When it comes to cover letter writing you have two options:
Sit down and write several dozens. Discard the first batch, edit and keep the second one that sounds mildly decent. Send them to employers and see what happens next.
Or, instead of going the ‘trial and error’ route, you can tap into the collective wisdom of people whose job is to read and assess cover letters. In other words, the HR folks who’ve seen a good variety of good, bad and great cover letters.
That’s what I decided to do. What follows is a list of actionable cover letter tips I’ve collected from a bunch of current and former recruiters, career advisors and coaches.
During her tenure as a program manager, Sara McCord had to skim through 300+ cover letters submitted for a variety of roles and industries. She says that the tone of your letter can majorly eschew how you get perceived by the HR.
In particular, the over cheerful letters, thanking the reader exhaustively for “graciously taking the time to consider me” and thanking the manager profusely for merely reading the letter rub her the wrong way. In most cases, such phrases make people think that you are desperate as a job candidate (and not just trying to be formal or polite).
Sara’s key advice is to demonstrate interest, instead of appreciation, within your letter and use it to “connects the dots between your experience and the requirements of the position”.
Mary Ford, an executive career coach and contributing expert to Cover Letter Ninjas, says that doing preliminary groundwork can majorly impact the quality of your cover letter. She advises to head to the company website and spend at least 3 minutes browsing the main pages.
Specifically, you should pay attention to:
- Company’s communication style and tone of voice (you’d want to mimic it in your letter).
- Company’s culture and mission statements as both indicate what types of people they want on the team.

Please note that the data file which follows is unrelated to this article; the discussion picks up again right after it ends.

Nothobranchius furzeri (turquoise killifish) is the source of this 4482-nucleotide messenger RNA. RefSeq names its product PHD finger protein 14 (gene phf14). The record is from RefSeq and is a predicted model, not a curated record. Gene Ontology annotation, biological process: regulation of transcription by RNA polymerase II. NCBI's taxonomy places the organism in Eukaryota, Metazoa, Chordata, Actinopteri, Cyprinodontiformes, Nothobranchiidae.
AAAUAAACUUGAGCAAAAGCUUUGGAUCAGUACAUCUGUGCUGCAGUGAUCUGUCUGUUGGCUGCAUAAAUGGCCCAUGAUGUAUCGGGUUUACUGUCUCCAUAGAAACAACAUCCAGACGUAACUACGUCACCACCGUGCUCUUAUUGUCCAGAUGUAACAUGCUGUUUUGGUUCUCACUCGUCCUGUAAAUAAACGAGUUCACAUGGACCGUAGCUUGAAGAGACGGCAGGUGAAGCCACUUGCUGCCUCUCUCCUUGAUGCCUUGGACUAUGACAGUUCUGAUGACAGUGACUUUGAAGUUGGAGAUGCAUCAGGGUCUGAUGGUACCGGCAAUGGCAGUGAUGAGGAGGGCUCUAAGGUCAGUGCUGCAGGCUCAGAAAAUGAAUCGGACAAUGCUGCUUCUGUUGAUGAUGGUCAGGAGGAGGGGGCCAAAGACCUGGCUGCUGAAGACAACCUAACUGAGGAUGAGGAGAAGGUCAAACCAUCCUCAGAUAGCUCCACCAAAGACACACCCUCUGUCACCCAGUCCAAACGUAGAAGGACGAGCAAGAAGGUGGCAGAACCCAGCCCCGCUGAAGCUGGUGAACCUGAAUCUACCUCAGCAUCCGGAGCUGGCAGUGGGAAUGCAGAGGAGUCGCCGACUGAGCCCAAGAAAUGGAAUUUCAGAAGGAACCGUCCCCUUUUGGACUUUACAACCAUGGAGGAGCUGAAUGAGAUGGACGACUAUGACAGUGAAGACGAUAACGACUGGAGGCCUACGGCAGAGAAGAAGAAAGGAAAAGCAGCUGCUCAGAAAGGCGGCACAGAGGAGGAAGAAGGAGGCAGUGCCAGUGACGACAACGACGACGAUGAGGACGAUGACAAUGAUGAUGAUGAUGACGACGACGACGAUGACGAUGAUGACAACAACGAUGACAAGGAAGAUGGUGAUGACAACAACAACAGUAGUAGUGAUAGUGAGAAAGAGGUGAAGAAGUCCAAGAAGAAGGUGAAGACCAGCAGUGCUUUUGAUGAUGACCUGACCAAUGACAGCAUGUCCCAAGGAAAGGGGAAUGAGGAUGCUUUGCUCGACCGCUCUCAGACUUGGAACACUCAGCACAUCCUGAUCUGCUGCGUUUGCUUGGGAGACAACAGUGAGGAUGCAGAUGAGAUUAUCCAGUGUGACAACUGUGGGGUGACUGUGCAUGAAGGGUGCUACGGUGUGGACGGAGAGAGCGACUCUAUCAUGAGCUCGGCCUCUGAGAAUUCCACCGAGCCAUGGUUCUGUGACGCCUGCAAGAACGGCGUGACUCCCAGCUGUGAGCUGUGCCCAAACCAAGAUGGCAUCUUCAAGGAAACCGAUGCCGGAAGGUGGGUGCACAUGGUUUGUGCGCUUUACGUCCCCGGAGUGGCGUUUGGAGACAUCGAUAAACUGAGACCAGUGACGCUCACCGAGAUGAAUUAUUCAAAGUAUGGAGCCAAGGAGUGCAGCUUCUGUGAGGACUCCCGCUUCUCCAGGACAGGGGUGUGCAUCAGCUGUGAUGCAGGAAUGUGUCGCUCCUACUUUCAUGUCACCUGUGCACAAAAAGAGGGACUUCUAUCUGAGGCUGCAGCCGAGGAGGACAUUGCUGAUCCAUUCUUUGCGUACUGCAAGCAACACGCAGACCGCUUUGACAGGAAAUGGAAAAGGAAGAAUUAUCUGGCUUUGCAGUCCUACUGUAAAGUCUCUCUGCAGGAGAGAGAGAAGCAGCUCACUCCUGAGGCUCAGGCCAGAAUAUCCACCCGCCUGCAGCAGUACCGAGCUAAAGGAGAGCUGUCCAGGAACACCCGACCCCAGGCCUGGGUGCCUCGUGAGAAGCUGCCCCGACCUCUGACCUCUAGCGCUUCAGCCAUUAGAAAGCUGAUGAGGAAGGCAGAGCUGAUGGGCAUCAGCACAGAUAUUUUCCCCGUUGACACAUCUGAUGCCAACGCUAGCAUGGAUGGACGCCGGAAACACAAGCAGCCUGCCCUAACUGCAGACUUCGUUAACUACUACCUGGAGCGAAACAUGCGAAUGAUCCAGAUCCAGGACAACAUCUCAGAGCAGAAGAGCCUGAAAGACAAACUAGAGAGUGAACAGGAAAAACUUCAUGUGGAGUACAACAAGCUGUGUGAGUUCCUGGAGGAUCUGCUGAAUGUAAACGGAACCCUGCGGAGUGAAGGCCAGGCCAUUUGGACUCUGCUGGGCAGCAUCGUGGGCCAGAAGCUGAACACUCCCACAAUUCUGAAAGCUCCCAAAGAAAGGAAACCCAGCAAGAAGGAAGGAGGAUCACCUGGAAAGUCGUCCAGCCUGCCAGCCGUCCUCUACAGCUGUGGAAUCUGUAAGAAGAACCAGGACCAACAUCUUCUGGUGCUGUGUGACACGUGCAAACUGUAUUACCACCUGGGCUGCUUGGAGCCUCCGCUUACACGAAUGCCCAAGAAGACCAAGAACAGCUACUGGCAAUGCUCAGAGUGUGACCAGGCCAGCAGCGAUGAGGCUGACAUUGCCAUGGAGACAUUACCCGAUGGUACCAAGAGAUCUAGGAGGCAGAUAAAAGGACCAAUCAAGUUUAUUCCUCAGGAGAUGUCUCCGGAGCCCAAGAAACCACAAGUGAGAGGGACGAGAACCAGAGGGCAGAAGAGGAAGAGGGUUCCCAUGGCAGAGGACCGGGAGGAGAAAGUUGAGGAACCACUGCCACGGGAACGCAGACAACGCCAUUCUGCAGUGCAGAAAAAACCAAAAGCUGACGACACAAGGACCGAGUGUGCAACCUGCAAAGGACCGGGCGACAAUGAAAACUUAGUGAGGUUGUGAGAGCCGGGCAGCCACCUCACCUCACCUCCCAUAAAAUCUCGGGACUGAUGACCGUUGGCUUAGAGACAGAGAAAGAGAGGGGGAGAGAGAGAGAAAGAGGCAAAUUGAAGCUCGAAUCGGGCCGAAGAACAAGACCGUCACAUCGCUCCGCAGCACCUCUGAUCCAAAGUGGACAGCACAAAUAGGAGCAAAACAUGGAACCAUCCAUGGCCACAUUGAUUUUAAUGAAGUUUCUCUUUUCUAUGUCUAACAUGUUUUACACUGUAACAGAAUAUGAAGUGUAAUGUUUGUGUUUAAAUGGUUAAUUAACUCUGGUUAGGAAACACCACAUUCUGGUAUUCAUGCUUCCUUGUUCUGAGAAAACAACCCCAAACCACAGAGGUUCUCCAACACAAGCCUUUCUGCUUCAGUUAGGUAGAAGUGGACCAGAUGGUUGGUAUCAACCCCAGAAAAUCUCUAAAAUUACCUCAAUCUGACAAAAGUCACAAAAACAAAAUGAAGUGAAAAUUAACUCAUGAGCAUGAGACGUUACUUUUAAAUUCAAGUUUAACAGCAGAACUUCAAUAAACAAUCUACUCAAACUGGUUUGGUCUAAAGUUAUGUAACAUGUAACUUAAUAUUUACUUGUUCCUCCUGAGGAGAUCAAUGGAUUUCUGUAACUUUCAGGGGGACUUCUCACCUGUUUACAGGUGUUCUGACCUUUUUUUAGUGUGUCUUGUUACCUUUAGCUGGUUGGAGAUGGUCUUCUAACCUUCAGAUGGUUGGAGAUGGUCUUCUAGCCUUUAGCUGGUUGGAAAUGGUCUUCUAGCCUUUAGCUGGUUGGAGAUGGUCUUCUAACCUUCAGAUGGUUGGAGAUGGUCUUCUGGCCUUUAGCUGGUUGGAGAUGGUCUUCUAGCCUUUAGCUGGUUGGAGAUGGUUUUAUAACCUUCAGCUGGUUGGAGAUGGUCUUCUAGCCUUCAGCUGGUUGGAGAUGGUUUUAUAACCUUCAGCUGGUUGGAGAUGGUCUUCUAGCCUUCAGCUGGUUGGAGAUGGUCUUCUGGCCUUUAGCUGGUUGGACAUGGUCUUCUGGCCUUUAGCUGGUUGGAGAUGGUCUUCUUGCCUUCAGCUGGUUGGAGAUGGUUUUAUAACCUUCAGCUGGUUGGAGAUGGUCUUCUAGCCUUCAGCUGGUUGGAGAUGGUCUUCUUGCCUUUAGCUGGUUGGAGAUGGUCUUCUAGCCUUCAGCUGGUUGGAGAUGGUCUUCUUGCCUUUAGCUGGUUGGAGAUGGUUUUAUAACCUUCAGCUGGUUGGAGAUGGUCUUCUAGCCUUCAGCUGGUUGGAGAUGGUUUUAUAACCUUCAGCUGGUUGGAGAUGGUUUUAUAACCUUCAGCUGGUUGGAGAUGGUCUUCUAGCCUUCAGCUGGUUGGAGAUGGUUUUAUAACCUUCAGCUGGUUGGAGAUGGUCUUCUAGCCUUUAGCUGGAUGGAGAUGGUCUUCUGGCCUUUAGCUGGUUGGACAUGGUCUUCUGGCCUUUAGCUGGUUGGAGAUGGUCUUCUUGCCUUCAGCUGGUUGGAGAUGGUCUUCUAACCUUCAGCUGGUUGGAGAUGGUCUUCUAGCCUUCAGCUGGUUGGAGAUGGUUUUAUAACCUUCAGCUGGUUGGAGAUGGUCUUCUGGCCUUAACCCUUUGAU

- Any major announcements or corporate achievements. Briefly mentioning these in your letter can earn you some ++ scores.
From Mary’s extensive experience:
“Showing that you are the best fit for the job culture-wise, can be more critical than prior experience”.
So be sure to do just that.
Katherine Goldstein who was responsible for hiring entry-level job candidates to Slate wrote that the best job candidates could effectively communicate what type of problem they will solve for her. Preferably in 200 words or less.
Persuasive cover letters cut straight to the chase and convince your skill set will benefit the organization. In short, it should say that you already know the ropes and “picked up the tools” to get the job done.
Emily Liou, a career happiness coach at CultiVitae, says that the best cover letters get into the mind of the reader. To forge that connection, she advises to carefully re-read the job description and attempt to picture yourself within the role. As you do so, ask yourself how you will be able to contribute to the team.
Specifically, you’ll want to showcase how your skills and past experience organically fit into the company and how these can be put to action once they decide to hire you. Doing so also sets you apart from other candidates.